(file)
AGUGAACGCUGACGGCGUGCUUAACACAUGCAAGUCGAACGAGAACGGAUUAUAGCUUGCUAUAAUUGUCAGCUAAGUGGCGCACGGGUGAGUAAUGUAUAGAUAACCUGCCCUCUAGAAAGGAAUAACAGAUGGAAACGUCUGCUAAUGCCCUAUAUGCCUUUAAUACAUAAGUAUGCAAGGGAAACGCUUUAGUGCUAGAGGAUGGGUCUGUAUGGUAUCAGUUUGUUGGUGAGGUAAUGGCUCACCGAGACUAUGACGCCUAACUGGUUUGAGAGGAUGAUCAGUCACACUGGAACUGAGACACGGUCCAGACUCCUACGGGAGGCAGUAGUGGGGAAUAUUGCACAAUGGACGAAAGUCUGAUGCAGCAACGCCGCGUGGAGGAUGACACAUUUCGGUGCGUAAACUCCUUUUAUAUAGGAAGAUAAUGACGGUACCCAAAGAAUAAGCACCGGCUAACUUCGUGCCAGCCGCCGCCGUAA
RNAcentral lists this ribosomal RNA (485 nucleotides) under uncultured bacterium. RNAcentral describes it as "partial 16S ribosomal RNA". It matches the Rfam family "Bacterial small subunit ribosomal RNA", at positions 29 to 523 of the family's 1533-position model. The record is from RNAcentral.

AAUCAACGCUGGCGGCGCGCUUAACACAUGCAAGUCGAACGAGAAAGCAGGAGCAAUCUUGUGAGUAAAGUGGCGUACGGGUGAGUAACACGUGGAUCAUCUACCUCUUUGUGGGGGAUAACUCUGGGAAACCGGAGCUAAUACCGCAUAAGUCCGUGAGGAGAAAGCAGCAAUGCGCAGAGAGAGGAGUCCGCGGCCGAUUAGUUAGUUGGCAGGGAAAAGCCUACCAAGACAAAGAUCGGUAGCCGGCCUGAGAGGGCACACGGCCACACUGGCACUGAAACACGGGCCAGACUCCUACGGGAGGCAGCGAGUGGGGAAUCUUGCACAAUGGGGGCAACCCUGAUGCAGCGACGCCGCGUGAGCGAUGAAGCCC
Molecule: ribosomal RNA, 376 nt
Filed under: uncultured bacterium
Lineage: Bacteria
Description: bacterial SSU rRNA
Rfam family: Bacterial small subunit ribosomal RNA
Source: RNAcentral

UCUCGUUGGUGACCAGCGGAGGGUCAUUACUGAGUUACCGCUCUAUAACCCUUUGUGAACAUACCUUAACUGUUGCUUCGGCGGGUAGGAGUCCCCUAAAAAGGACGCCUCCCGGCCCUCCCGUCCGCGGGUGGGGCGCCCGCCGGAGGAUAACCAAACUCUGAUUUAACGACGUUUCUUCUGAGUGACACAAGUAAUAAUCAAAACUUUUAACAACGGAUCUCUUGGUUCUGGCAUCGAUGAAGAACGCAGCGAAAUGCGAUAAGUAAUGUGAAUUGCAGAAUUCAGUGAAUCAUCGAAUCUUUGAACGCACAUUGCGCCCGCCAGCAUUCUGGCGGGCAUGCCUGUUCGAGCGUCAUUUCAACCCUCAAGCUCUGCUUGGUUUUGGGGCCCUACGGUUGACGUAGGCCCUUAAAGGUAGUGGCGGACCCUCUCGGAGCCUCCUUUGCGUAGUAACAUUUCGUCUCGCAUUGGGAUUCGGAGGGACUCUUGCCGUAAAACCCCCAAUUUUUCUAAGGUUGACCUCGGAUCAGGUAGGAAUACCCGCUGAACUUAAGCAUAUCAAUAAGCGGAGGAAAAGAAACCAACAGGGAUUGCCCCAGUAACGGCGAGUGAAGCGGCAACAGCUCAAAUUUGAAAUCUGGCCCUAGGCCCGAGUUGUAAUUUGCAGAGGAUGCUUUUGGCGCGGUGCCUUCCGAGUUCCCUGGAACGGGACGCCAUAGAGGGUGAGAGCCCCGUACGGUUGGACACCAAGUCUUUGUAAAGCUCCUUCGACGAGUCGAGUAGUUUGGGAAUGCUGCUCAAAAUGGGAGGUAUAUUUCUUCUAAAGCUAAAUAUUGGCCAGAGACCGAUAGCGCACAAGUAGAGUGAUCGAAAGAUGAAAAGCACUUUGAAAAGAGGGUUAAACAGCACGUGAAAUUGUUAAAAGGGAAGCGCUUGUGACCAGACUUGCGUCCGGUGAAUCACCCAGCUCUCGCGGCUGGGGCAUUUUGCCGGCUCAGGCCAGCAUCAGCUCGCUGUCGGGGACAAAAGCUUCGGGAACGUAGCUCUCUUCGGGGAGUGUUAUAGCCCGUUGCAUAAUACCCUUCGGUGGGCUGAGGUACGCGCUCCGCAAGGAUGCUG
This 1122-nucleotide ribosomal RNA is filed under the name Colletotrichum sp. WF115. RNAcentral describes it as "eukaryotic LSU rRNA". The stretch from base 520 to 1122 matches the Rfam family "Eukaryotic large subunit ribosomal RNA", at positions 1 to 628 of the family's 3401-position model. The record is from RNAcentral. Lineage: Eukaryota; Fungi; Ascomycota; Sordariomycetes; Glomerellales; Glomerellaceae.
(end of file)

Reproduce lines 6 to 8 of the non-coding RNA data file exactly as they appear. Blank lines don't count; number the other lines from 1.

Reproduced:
Lineage: Bacteria
Description: bacterial SSU rRNA
Rfam family: Bacterial small subunit ribosomal RNA